Most of the time, it is perfectly natural for dogs and puppies to chew on things. It provides teething relief (for puppies), helps with boredom, anxiety, frustration, and helps your dog to develop a stronger jaw. It is also a great activity for helping your German Shepherd’s teeth stay clean!
However, there are times when your German Shepherd might be chewing for a different reason, and causing destruction in the process. There are several probable causes for destructive chewing, and today we are going to take a look at some of them, as well as steps that you can take to stop the chewing from occurring.
Separation Anxiety is a common cause of destructive chewing. When a dog who does not like to be left alone is put in a situation where there is no one else around, it can cause a great deal of stress. Many German Shepherds will chew to relieve that stress, and often they will exhibit other signs, such as barking. You can combat this by spending more time with your German Shepherd, or even doing something simple such as leaving on the television or radio while you are gone.
Hunger or lack of nutrition is another cause of destructive chewing, and this occurs when dogs are looking for food because they aren’t getting enough to eat or enough nutrition from their current diet. If you think this is the case, try giving your pet an extra serving of food each day, or consult your veterinarian about vitamin supplements.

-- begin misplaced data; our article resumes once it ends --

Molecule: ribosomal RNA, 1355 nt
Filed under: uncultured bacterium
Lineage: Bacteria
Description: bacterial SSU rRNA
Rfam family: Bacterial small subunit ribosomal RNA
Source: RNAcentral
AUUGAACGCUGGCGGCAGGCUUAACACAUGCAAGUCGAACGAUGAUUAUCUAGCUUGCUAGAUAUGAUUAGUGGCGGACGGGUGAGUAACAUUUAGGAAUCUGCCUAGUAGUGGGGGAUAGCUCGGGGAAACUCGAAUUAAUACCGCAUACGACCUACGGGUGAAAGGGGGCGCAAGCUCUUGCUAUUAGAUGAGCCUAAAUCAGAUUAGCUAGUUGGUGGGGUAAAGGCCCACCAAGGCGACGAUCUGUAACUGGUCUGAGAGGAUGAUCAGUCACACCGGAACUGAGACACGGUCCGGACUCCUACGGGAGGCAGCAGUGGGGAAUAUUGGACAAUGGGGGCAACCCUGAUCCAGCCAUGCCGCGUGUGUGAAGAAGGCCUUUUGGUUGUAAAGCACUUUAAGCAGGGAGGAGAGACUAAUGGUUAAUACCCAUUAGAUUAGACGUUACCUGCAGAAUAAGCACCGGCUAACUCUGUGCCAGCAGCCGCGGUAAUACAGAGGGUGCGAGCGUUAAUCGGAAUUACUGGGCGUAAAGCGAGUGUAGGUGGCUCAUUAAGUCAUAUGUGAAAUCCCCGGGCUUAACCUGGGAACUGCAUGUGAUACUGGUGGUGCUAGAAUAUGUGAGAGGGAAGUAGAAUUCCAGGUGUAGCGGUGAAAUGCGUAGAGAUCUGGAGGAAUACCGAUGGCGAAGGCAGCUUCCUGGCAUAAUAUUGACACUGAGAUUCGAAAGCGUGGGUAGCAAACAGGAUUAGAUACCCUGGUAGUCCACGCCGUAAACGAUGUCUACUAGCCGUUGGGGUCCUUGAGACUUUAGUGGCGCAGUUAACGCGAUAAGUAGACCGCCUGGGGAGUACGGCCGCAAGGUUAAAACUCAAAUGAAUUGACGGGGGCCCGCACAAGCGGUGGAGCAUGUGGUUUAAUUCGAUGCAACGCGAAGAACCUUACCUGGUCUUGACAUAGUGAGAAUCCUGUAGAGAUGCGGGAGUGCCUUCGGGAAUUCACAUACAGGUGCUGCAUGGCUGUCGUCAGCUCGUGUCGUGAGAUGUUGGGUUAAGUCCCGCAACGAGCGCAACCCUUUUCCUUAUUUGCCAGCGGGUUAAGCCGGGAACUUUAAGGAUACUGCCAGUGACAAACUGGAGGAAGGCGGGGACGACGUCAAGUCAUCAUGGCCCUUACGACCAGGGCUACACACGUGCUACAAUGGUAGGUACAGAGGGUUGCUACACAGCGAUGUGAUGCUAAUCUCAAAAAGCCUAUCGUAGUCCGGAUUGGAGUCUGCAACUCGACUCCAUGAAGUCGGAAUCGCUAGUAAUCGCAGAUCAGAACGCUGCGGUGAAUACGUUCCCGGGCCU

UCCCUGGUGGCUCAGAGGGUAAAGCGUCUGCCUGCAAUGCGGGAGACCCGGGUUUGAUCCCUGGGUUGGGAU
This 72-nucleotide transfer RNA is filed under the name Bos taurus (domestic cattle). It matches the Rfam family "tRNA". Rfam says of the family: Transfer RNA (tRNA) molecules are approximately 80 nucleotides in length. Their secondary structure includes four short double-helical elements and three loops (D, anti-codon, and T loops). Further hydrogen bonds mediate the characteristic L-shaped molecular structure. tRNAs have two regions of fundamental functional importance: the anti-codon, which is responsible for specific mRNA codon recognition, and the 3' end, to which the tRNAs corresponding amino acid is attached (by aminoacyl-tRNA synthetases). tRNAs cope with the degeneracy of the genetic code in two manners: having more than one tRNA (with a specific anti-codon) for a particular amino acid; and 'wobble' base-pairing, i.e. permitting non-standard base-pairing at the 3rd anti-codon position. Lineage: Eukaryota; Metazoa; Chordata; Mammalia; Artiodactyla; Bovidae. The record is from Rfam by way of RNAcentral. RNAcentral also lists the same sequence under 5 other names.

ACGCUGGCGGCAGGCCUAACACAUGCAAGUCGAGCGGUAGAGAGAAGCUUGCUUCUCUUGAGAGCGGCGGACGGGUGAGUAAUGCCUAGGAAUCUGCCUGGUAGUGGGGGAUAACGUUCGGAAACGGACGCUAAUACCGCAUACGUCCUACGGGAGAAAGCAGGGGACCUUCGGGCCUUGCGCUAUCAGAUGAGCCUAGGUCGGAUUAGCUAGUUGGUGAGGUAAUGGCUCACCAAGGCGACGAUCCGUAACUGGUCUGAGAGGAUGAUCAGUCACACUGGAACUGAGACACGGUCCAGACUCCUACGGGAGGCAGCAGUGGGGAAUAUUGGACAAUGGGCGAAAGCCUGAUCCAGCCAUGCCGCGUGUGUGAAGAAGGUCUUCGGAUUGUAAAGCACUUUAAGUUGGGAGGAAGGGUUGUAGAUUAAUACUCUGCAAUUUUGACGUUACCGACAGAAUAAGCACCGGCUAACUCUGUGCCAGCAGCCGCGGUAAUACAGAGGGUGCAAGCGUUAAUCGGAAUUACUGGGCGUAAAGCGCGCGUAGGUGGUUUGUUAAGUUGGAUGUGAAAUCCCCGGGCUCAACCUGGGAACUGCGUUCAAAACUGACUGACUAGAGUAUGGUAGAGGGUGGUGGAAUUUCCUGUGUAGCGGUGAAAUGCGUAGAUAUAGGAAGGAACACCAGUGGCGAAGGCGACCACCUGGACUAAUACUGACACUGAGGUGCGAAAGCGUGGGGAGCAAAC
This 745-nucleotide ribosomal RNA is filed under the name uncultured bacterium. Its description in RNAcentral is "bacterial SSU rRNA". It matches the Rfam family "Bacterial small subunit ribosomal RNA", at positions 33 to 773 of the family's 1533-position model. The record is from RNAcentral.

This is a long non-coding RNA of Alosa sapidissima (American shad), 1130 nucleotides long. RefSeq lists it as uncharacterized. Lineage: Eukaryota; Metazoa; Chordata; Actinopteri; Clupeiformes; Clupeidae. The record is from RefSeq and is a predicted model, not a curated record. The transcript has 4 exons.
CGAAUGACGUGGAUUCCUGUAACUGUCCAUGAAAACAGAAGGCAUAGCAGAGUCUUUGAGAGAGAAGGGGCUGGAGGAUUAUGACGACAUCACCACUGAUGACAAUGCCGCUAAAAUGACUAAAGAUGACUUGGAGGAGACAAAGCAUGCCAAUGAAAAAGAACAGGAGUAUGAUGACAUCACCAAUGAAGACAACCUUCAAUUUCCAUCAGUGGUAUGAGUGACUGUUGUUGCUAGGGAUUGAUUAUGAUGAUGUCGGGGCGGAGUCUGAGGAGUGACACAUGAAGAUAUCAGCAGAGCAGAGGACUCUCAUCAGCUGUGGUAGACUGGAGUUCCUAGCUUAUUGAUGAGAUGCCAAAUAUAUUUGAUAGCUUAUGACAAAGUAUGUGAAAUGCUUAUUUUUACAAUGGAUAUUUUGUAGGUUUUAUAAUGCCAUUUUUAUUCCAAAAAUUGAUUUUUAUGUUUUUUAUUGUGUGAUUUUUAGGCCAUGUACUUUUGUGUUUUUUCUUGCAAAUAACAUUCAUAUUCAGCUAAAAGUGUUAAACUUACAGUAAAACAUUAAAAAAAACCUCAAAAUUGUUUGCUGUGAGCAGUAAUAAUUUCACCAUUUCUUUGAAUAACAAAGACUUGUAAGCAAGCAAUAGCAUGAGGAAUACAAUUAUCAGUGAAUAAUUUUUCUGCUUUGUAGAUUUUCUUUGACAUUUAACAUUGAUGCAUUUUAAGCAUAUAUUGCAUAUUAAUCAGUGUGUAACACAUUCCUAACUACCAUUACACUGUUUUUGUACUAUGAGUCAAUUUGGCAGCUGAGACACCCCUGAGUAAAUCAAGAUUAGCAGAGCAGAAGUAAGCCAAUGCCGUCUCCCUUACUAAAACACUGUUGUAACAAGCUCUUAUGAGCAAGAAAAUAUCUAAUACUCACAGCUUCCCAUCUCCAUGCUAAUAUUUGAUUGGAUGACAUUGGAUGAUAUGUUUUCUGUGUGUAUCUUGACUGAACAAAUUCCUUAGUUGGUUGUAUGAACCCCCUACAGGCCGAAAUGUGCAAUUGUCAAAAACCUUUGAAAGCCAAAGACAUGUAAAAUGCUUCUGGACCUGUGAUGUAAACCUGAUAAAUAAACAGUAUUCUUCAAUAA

Boredom is a big cause of destructive chewing – since a German Shepherd is an intelligent breed, he or she is going to need a lot of mental stimulation to remain happy. Purchase toys that will make your dog think – such as a Kong treat dispenser or a similar toy. These types of toys are designed to make your dog use their intelligence to receive a treat from the inside. It will keep them occupied and help keep their minds active.
Frustration is common, especially if a dog is not getting enough attention from their human. If your dog isn’t getting enough exercise, it can contribute to frustration and stress, which in turn will cause them to take their frustrations out in other ways. Spending more time with your dog, taking him or her out more, and playing fun games together can alleviate the stress your pet might be feeling.
Teething. Younger dogs and puppies have teething pain, just like babies. When they are getting new teeth in, it can help to chew on things to ease the pain. If this is the case, provide your puppy with things that are safe to chew, such as toys geared especially for teething puppies, or toys with pouches that can have an ice cube safely secured inside.
Whatever the cause of your puppy’s destructive chewing, it can usually be examined and treated easily, with a little bit of love and guidance from you. Remember never to yell at or hit your dog if you find damage he or she did hours ago – your dog will not be able to realize that the reason you are scolding him or her is from the chewing. Also, do not muzzle your dog or tie your dog’s mouth shut – this is inhumane and not the way to deal with the problem. You need to determine the cause of the problem and then work to solve it, and the chewing should begin to be resolved.